Big numbers out for RBC Riders race

With more than a 50 per cent increase in participation, the Yukon snowboard program is gaining speed, literally and figuratively. Sunday’s RBC Riders race at Mt. Sima drew 13 boarders to the slopes...

With more than a 50 per cent increase in participation, the Yukon snowboard program is gaining speed, literally and figuratively.

Sunday’s RBC Riders race at Mt. Sima drew 13 boarders to the slopes, up from eight when the first event was staged over the Christmas break.

The event was the largest RBC Riders competition ever held in the territory.

“It’s really exciting – I think word is spreading,” said Mary Binsted, head coach of Snowboard Yukon. “Friends are bringing friends.

“We’ve had a lot of interest in all of our snowboarding programs this year. We had quite a bit out to our Arctic Winter Games trials and now we have 20 kids out every

weekend training with coaches.

“Some of the riders out today are training with Sandor’s Shredders (snowboarding program), so some of them are on our elite team, training every weekend.

“And we had some brand new members out today that had never been out to anything Snowboard Yukon related before.”

For Haylie Grant, 12, competing in her first RCB Riders race, word of mouth about the race did not need to travel far.

“My sister works here, so I heard about it from her,” said Grant, who has been boarding for three years. “I didn’t go because I wasn’t really ready.

“I thought the jumps were the most fun – and landing them. I did fall twice.”

Although new names peppered the results, many of the usual names topped the divisions.

Whitehorse’s Alidas Jamnicky, 13, not only had the fastest time for his age group, beating out second place Adam Waddington, but the fastest overall completing his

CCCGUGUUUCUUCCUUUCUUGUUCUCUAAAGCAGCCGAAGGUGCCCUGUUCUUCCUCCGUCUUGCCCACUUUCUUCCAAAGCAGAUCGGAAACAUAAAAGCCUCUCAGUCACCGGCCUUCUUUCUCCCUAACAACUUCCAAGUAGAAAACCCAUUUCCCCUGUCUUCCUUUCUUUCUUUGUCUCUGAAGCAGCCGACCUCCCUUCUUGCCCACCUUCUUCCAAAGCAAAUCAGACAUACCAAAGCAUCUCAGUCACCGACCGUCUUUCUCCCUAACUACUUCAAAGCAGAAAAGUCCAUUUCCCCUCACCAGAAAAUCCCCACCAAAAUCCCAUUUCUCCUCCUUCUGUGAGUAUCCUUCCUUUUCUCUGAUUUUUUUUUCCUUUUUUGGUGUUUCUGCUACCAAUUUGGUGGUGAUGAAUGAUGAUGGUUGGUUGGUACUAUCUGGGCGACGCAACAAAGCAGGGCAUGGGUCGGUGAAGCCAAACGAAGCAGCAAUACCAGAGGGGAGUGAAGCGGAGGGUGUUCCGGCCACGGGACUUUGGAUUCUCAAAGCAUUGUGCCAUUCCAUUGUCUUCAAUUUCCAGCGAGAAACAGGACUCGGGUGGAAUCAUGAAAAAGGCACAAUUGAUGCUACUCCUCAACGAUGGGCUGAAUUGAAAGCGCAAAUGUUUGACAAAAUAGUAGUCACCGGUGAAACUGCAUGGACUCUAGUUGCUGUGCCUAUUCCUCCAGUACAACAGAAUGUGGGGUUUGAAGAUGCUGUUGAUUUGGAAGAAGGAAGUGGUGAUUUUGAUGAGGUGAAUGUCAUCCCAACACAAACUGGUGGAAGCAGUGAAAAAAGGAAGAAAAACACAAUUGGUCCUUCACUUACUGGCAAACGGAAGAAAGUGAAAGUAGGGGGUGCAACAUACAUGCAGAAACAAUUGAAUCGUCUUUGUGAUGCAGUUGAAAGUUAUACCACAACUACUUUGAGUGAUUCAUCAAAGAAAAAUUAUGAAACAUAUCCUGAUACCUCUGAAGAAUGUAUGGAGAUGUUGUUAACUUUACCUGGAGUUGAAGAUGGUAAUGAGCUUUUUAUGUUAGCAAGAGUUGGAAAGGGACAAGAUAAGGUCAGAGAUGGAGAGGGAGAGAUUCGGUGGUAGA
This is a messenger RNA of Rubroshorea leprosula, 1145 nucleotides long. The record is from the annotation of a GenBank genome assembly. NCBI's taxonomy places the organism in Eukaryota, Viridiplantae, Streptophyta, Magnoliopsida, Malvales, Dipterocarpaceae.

first run with the time of 24.97 seconds. Jamnicky had the fastest time in the first BC Riders race on December 27, also setting the bar on his first run.

As he was in December, Tim Schirmer, 11, was fastest in his age group and second fastest overall, completing the course in 25.65 seconds on his fourth run.

According to Schrimer, the downside of having so many more boarders out is the wear and tear on the course.

“The course was a little bit bumpy,” said Schirmer. “I was the first rider up, so it was nice as the first rider, but after a while the course got a little bit ruined, especially

at the start gate.”

The course, which was designed by retired boardercross rider Norm Curson, was more challenging than December’s RBC Riders event, more than doubling in length

and featuring steeper sections, giving the boarders more speed.

“You don’t want to race the same course over again, so we found some new terrain and combined some good turns on some of the flat areas,” said Binsted. “There

were some drop-offs, which were really nice, and we built some jumps on top of those so they could get some air.

“It was quite a bit longer, quite a bit faster too. I think the times were pretty close to the same, so they were definitely traveling faster.”

The next RBC Riders event is scheduled to take place March 21 at Mt. Maichen in Watson Lake, but the event may be moved to Mt. Sima due to conditions.

“We’ve heard they’re having a bit of a slow snow year, so it’s not confirmed yet where it will be,” said Binsted.

The following weekend Snowboard Yukon will host the Yukon Championships at Mt. Sima, in conjunction with the resort’s weekend festival, Simapalooza.

The RBC Riders Race is a national program sponsored by the Royal Bank of Canada. It is intended to draw people to the sport by emphasizing fun and the fundamental

skills.

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